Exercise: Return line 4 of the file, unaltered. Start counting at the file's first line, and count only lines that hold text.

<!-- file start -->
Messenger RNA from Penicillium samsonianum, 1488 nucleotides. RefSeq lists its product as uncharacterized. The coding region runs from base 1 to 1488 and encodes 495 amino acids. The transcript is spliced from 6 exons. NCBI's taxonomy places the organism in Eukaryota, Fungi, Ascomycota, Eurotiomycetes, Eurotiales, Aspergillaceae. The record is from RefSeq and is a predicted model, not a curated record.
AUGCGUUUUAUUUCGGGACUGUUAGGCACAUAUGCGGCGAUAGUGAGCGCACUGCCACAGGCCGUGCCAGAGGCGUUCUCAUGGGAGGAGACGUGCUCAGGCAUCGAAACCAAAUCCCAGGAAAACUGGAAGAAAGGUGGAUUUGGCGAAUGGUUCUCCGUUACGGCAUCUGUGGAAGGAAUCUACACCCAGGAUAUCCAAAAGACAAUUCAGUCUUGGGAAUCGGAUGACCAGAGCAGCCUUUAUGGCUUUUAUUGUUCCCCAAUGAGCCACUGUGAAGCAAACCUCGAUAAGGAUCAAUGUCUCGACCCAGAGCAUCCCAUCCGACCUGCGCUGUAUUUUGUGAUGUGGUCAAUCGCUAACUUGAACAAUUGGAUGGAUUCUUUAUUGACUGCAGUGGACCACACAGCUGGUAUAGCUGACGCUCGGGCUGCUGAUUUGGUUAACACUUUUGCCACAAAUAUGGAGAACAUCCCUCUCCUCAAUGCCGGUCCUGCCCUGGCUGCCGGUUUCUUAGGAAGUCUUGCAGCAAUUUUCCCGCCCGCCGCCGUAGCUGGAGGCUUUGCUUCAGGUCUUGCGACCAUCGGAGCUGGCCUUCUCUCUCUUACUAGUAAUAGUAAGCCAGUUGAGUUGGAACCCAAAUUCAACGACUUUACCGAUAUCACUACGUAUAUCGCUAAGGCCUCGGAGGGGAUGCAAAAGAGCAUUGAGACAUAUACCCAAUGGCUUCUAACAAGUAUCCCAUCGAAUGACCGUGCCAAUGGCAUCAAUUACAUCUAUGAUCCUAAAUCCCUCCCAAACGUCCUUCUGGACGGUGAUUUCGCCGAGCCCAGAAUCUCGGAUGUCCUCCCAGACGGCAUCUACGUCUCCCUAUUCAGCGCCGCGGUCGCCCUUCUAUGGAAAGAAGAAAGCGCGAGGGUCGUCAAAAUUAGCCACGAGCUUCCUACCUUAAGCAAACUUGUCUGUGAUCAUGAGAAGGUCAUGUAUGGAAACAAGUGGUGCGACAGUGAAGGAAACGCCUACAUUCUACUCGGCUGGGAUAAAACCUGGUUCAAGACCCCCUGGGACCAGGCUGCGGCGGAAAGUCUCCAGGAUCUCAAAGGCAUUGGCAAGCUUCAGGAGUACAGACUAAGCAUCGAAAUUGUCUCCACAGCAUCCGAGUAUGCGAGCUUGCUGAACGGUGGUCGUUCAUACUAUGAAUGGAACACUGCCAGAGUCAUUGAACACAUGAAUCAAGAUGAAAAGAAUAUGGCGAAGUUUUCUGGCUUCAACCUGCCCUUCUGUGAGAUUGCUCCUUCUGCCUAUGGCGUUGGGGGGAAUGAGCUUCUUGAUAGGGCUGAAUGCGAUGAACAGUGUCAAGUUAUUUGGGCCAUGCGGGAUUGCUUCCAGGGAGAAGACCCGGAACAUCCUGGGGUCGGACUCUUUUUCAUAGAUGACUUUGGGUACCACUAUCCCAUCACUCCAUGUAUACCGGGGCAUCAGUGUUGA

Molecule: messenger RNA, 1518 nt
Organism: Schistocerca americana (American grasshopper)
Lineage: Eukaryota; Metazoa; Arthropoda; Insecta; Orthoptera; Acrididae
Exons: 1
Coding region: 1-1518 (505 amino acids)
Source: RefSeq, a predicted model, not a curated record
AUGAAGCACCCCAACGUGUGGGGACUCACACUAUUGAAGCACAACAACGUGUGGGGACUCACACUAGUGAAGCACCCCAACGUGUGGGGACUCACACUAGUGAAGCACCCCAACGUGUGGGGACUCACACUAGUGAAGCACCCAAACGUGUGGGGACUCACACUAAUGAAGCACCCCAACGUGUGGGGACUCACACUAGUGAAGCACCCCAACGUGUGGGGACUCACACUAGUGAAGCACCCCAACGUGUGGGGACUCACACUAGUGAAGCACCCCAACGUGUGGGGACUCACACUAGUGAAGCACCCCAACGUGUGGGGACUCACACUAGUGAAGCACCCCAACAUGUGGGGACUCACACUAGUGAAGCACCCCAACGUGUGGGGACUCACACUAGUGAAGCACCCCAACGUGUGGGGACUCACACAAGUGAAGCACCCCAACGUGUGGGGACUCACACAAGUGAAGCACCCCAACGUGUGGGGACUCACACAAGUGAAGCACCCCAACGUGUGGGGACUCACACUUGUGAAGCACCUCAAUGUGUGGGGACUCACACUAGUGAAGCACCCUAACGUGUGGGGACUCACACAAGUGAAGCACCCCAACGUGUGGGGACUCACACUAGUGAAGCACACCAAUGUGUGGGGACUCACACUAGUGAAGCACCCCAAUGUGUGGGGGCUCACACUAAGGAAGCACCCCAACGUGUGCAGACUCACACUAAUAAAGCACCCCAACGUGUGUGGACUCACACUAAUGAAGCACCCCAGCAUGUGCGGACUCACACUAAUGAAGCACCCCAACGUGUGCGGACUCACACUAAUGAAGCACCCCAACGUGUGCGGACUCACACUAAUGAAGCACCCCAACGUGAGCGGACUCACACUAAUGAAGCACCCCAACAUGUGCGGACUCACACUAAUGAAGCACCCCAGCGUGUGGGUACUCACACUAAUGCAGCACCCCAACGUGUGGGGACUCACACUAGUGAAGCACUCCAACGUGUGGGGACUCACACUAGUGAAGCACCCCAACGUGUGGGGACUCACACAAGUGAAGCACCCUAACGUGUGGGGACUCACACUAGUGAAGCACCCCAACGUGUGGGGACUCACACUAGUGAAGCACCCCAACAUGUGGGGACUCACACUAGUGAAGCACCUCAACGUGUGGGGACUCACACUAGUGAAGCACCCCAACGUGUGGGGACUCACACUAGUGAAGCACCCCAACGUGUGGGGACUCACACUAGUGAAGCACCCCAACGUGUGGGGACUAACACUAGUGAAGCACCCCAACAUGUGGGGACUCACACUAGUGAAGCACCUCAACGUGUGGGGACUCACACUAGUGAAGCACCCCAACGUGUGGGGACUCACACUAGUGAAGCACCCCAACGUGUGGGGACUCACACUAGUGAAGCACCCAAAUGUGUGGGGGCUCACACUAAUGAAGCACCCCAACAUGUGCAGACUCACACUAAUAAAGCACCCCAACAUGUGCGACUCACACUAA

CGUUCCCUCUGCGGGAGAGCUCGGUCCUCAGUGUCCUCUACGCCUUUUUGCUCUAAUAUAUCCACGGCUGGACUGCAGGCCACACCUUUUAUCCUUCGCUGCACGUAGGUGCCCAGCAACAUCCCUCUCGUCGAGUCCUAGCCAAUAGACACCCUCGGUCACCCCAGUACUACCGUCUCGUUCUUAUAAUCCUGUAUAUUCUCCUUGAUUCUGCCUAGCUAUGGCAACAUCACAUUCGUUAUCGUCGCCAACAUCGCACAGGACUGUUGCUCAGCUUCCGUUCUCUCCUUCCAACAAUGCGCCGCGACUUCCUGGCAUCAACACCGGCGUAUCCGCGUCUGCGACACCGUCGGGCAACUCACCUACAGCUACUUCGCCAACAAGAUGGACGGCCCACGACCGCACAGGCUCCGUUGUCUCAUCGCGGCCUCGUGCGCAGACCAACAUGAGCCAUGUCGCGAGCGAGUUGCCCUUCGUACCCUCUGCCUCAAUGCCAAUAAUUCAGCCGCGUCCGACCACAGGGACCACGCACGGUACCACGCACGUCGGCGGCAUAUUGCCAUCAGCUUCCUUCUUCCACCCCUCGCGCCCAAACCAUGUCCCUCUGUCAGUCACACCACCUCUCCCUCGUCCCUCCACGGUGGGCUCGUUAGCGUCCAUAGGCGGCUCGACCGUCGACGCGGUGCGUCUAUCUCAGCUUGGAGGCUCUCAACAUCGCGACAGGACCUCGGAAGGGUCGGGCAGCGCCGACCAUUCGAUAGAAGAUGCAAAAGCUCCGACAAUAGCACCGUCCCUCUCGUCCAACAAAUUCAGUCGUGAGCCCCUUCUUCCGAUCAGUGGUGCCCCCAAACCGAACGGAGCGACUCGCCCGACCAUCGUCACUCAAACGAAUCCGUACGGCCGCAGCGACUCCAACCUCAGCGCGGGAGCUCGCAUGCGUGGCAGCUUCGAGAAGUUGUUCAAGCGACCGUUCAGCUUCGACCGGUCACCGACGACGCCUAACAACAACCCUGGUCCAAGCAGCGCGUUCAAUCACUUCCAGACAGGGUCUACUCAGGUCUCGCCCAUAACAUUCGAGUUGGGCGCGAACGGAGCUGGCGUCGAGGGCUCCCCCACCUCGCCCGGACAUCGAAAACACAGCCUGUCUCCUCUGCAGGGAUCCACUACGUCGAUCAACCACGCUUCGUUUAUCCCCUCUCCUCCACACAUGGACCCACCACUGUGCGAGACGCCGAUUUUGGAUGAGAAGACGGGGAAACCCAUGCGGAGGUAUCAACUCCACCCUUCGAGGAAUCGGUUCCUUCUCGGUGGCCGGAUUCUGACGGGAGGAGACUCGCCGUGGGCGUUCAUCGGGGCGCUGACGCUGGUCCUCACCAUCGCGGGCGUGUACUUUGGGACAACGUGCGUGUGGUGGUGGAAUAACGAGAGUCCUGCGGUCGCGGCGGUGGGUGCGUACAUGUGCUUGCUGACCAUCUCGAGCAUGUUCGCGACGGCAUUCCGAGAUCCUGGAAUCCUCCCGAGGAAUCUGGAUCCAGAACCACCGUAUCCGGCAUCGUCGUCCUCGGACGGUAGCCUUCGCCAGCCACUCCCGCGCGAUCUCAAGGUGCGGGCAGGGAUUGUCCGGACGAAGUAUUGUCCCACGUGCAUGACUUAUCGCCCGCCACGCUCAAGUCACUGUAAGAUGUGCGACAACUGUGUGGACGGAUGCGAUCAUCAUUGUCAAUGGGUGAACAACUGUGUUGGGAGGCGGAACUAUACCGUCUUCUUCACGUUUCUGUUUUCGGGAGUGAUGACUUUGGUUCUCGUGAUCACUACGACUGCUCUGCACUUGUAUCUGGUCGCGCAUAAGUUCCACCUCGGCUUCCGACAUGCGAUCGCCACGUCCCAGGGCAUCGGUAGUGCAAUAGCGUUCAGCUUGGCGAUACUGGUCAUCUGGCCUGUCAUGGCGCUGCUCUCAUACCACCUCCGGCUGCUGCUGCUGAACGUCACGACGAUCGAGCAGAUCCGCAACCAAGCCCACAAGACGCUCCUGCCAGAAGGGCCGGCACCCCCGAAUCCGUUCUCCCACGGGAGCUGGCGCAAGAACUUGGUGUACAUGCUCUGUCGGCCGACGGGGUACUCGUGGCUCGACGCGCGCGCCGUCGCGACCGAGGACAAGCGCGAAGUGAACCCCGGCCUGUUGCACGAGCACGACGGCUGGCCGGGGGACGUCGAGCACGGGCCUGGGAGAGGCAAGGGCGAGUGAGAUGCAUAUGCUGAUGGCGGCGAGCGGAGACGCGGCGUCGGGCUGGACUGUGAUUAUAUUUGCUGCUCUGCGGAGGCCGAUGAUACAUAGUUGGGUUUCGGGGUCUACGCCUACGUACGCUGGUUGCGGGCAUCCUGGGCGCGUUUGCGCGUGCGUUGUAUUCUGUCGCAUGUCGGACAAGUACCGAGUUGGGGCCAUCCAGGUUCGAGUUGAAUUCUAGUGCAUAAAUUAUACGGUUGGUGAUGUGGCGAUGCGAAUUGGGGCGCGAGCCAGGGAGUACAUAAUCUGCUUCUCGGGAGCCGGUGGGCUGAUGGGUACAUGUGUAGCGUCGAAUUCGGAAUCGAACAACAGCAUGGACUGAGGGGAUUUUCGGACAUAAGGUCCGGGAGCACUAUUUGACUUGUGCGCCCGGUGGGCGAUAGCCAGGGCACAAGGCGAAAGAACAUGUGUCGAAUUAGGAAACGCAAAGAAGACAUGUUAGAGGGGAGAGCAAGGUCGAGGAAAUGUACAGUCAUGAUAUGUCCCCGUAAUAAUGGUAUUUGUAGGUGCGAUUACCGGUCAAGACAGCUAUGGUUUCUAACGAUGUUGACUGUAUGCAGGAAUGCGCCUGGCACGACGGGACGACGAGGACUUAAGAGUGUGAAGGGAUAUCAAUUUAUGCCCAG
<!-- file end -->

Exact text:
Organism: Schistocerca americana (American grasshopper)